More volunteers are needed across Cornwall to help protect children from harm. The NSPCC is appealing for volunteers to help teach primary school children about the different types of abuse.
The children’s charity funds a Schools Service across the county, which sees trained members of staff and volunteers deliver free safeguarding sessions in primary schools.
The Speak out Stay safe assemblies and workshops help children aged 5-11 learn in an age-appropriate way about physical, sexual and emotional abuse, as well as neglect and bullying.
During the autumn and spring terms of the 2018/19 academic year alone the sessions were delivered at 20 primary schools across the Duchy, reaching more than 3,600 children.
The service’s mascot Buddy is introduced to children in all the different year groups, who are taught how to identify a trusted adult they can speak to if something is worrying them.
Michelle Green from the NSPCC’s Schools Service in Cornwall says: “We are particularly in need of more volunteers in west and mid Cornwall. Without a devoted team of volunteers, passionate about keeping children safe, it wouldn’t be possible to offer these free safeguarding sessions.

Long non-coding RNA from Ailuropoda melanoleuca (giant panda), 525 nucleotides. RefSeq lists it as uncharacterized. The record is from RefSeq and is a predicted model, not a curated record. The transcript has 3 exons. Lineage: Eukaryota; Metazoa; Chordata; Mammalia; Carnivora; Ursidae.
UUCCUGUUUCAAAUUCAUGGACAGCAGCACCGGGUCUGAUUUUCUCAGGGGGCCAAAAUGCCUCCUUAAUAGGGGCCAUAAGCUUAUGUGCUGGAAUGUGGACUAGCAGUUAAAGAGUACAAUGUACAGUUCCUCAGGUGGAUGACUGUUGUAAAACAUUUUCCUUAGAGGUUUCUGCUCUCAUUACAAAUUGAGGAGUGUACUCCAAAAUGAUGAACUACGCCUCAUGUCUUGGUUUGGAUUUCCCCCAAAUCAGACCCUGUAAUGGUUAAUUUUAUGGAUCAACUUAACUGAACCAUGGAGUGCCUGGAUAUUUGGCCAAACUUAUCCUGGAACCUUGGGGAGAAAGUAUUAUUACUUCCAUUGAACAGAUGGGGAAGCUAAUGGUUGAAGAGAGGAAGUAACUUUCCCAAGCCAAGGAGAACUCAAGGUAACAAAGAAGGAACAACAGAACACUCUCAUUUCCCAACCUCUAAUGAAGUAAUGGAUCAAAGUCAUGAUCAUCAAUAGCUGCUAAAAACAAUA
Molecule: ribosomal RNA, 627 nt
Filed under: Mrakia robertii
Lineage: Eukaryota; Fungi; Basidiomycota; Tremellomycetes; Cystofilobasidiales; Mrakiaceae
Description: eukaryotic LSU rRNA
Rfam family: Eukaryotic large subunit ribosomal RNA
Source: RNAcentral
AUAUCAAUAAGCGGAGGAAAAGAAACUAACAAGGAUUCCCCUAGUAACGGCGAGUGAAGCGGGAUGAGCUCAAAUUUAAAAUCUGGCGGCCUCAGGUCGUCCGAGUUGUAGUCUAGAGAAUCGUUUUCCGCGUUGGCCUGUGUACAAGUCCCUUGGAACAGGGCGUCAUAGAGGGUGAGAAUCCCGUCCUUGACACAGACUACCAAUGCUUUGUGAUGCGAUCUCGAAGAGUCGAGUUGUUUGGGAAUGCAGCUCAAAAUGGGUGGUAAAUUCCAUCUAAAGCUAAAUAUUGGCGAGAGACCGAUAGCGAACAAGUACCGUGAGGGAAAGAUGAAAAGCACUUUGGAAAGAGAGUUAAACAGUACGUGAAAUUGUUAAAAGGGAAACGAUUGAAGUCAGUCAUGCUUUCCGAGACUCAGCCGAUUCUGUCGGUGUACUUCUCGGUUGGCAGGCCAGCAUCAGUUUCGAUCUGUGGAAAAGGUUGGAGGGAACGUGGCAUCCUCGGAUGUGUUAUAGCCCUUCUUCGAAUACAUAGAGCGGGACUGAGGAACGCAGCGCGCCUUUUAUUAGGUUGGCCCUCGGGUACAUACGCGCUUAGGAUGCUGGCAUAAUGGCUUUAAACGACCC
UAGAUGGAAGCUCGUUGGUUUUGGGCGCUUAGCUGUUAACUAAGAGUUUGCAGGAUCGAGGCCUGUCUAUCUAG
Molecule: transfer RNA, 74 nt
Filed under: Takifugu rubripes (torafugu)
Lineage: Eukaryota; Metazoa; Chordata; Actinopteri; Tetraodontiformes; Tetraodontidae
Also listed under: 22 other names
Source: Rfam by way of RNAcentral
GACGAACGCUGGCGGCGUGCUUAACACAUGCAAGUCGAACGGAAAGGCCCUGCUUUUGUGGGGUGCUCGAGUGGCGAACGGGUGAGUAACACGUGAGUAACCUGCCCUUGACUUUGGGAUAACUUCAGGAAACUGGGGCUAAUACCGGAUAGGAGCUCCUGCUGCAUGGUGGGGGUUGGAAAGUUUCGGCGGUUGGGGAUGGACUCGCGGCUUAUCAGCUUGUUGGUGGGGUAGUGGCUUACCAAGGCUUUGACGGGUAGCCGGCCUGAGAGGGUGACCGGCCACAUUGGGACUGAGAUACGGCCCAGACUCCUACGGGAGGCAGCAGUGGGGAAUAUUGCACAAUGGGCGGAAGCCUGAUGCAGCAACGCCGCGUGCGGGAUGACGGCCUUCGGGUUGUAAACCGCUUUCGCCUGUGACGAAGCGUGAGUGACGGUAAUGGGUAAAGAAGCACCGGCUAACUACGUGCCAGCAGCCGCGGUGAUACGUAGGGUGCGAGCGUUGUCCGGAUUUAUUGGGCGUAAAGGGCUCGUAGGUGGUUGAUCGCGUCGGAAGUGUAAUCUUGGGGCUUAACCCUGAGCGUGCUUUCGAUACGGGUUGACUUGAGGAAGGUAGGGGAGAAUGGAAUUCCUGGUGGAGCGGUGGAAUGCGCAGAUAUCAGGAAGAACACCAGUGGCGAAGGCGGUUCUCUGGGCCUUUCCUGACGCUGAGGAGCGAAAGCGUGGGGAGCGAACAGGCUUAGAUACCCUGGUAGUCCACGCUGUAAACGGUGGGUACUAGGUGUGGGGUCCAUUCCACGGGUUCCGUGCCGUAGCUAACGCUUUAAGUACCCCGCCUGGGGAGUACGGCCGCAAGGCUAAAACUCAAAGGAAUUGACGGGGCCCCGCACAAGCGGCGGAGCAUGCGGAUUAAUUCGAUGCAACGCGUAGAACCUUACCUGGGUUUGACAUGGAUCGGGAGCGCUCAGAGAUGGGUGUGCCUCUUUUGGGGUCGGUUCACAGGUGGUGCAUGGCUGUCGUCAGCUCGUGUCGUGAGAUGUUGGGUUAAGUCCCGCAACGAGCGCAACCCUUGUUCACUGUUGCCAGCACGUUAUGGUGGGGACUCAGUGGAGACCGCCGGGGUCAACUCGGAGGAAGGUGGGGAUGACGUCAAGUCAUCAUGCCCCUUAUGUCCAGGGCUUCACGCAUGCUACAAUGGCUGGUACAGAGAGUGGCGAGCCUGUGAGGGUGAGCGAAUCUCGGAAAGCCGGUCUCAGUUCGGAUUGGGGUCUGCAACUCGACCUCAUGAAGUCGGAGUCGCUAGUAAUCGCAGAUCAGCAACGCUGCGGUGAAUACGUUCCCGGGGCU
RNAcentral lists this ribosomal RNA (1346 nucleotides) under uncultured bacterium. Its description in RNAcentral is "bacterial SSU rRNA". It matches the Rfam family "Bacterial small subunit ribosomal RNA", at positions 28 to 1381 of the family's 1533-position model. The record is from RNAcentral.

“Some of our volunteers may deliver two sessions a month, whereas others may have the time to deliver one or two a week.
“Our volunteers come from all different backgrounds, but what they all have in common is a shared desire to protect children from harm by educating them about the different kinds of abuse, trusted adults, and the Childline number.”
NSPCC research highlights that on average, two children in every classroom have suffered abuse or neglect, with one in 20 children having been sexually abused. It’s why the charity aims to visit every primary school every three years to deliver the Speak Out Stay Safe programme.
Michelle added: “Our volunteers have to feel comfortable talking about what can be a difficult subject for adults to discuss with children.
“They take our mascot Buddy into schools to help engage the children in a light-hearted way, using simple language and fun activities to help them learn about abuse in a non-scary way.”
One in three children who have been sexually abused by an adult did not tell someone at the time, and so the children learn about the NSPCC’s Childline service and how it can support them at any time of day or night, should they need to talk to someone.
The safeguarding assemblies start conversations around abuse in a live, interactive and memorable way, and pave the way for teachers to continue these discussion with their students in the classroom.
Successful applicants who become volunteers for the Schools Service receive a comprehensive training package, which includes online and face-to-face training, as well as peer mentoring.
Anyone with any concerns about the welfare of a child can call the NSPCC Helpline on 0808 800 5000 or visit nspcc.org.ukfor advice. Children can contact Childline on 0800 1111 or visit childline.org.uk for free 24/7, 365 days a year.